Well, one of these days the boss is going to walk in and say, ‘Okay, you know a lot about antitrust, but do you know about sports antitrust?’” 
Levinstein said that there were very fewbooks that covered sports law at the time,so he did a Lexis search for all the antitrustcases involving sports. “I read them and tried to make sense ofthem, so that one day when somebodycame along, I’d know what was goingon,” he explained. “And then I handled acouple of big cases that involved sports andantitrust, including a four-year case involvingprofessional tennis.”After that, Levinstein’s sports practice tookoff. And over the past years, he has handleda broad spectrum of sports-related cases.His sports clients run the gamut fromprofessional athletes, players associations,sports teams, and owners to leaguesand league properties, Olympic athletes,organizations, amateur athletes, sportsassociations, and boxing managers andpromoters, among many others. His sportscases have involved professional baseball,basketball, football, golf, tennis, skiing,volleyball, boxing, fastpitch softball, golf,hockey, lacrosse, volleyball, wrestling, andmany more sports.In addition, he has represented a numberof famous athletes, including figure skaterNancy Kerrigan. Levinstein was Kerrigan’sattorney during the infamous knee-clubbing incident back in 994, when rivalskater Tonya Harding allegedly conspiredto have Kerrigan injured to prevent herfrom competing in the U.S. Figure SkatingChampionships.Levinstein said he kept a very low profileduring the Kerrigan case because he did notfeel it would be in his client’s best interestfor the media to focus on her attorney. Hesaid he refused when Kerrigan’s agent askedhim to appear on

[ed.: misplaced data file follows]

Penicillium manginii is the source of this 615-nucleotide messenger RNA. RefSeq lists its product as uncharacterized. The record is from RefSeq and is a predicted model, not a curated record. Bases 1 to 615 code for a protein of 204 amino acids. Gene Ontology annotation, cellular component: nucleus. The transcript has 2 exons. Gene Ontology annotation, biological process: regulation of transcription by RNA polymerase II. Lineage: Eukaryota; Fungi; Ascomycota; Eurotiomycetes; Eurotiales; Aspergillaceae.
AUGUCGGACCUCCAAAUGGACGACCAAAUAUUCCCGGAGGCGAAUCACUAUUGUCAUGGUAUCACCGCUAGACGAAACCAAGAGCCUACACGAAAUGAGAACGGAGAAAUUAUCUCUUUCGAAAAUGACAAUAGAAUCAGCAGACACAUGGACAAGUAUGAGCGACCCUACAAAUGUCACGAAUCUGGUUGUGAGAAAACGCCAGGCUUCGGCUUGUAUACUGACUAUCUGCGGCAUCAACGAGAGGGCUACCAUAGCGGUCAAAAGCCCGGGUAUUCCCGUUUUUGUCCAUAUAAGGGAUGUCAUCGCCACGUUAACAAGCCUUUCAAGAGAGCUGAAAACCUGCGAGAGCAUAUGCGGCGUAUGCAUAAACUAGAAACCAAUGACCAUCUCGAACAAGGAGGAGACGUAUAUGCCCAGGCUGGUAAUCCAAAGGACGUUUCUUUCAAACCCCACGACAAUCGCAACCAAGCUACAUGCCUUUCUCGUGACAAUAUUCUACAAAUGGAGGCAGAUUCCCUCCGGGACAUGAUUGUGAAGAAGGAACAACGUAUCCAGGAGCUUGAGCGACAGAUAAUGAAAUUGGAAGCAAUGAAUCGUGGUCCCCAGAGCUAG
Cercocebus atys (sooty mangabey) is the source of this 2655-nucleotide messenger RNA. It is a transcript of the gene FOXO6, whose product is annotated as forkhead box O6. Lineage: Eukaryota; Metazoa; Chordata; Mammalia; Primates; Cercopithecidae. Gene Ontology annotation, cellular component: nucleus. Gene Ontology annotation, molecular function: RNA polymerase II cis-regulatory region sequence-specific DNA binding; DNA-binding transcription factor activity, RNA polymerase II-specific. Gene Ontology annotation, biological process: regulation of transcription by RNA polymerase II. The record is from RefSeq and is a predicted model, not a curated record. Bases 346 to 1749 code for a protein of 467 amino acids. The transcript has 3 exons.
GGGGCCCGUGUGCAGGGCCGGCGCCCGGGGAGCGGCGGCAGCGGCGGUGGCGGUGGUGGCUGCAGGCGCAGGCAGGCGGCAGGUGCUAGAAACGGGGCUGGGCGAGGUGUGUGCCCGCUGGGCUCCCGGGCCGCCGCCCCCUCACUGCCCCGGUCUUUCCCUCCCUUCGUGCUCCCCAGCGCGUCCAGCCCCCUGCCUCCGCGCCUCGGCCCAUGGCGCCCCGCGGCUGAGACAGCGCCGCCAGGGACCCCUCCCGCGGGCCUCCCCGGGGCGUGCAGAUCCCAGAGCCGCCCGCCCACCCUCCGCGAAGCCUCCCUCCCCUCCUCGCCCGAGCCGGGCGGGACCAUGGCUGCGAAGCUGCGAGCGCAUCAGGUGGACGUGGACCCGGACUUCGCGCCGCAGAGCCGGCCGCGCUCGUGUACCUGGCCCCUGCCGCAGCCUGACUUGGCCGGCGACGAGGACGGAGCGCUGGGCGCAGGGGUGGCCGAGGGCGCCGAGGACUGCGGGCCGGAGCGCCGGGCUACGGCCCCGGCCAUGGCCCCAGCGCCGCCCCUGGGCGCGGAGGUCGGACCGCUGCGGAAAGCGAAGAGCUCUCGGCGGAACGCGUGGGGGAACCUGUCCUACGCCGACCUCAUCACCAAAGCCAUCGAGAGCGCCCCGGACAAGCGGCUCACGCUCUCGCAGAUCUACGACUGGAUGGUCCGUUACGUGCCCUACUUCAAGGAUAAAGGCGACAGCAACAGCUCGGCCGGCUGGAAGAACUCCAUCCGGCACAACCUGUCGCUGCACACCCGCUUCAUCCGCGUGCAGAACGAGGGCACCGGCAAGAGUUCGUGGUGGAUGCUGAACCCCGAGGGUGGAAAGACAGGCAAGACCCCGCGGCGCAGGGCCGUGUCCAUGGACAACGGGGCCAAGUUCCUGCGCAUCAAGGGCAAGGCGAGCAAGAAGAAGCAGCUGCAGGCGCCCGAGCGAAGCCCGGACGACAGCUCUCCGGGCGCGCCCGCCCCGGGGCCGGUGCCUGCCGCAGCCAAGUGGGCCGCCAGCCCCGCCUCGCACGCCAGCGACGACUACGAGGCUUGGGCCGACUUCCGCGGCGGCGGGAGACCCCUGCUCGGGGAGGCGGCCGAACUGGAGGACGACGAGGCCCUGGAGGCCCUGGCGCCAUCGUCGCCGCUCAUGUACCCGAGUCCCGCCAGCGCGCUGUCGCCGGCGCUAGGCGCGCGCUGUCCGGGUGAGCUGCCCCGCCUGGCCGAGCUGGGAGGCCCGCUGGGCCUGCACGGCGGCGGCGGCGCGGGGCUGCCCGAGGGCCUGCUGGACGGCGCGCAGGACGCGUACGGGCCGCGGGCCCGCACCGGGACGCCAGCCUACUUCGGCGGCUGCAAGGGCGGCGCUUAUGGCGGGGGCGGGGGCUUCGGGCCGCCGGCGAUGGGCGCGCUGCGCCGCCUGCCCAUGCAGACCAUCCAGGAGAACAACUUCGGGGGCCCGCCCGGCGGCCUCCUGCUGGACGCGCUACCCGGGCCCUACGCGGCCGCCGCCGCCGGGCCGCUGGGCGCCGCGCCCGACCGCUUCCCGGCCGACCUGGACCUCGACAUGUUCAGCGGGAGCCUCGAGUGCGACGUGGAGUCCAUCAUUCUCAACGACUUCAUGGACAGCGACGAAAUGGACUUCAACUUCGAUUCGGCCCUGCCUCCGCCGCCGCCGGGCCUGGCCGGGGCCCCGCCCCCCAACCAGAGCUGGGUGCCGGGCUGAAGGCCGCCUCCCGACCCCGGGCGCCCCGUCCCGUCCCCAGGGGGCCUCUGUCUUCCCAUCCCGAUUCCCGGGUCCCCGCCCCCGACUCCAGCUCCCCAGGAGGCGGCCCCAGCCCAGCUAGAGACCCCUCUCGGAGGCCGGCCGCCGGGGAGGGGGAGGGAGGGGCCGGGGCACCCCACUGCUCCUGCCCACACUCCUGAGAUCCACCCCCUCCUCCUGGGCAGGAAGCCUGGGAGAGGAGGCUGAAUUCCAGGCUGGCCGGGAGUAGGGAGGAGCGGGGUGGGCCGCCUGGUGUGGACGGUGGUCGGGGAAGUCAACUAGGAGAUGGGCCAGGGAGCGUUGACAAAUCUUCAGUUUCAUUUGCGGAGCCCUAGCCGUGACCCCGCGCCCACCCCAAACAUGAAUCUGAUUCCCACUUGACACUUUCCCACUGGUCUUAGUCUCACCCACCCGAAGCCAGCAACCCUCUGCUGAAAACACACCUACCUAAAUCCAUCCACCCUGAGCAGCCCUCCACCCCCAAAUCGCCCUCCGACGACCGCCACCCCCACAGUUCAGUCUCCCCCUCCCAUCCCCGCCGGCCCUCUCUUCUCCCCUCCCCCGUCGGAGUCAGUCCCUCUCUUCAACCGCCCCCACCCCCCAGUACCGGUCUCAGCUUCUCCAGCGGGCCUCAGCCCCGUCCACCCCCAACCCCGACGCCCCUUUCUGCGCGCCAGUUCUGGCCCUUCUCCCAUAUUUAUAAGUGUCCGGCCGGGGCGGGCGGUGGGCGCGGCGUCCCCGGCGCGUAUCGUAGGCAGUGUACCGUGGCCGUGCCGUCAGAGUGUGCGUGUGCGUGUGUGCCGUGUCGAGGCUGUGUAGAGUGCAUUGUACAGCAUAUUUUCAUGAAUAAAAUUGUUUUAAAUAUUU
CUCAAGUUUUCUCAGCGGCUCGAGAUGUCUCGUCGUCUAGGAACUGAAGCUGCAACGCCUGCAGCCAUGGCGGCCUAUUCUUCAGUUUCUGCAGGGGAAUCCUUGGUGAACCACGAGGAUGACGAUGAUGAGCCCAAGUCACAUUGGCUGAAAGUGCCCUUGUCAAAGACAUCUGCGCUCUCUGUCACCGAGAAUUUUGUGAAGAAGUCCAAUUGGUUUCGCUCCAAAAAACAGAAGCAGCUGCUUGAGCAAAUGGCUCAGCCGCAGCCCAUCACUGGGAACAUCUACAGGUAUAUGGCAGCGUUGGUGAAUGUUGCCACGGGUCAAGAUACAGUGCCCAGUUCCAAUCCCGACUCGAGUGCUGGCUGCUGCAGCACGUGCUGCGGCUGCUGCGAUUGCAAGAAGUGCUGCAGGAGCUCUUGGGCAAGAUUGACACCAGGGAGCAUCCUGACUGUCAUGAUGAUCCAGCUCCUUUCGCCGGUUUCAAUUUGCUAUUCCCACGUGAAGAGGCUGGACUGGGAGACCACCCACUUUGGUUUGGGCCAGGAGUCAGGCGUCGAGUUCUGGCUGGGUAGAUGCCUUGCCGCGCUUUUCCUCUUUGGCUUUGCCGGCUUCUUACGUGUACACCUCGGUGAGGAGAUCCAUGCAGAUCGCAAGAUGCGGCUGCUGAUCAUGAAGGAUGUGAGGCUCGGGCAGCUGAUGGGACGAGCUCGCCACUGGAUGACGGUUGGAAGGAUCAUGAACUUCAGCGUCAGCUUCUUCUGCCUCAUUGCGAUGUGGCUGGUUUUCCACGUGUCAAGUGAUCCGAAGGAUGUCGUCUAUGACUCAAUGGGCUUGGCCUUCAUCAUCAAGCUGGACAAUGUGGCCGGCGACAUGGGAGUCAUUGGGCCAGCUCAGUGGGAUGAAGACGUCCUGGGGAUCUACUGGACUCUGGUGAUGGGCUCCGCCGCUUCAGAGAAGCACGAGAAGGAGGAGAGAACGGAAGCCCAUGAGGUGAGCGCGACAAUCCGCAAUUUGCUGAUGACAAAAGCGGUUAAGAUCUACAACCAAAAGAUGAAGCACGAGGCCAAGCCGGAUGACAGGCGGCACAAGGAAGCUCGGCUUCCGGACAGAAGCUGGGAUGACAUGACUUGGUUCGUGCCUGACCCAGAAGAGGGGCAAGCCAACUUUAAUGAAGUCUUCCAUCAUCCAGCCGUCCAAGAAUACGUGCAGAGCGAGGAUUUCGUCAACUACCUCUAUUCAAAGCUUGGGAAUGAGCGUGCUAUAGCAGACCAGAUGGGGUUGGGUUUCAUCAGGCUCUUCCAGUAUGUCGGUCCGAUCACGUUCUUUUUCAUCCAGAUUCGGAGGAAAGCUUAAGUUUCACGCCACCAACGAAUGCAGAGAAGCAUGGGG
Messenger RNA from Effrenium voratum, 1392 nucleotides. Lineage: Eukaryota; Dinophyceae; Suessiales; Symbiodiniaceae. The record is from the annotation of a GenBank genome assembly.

Larry King Live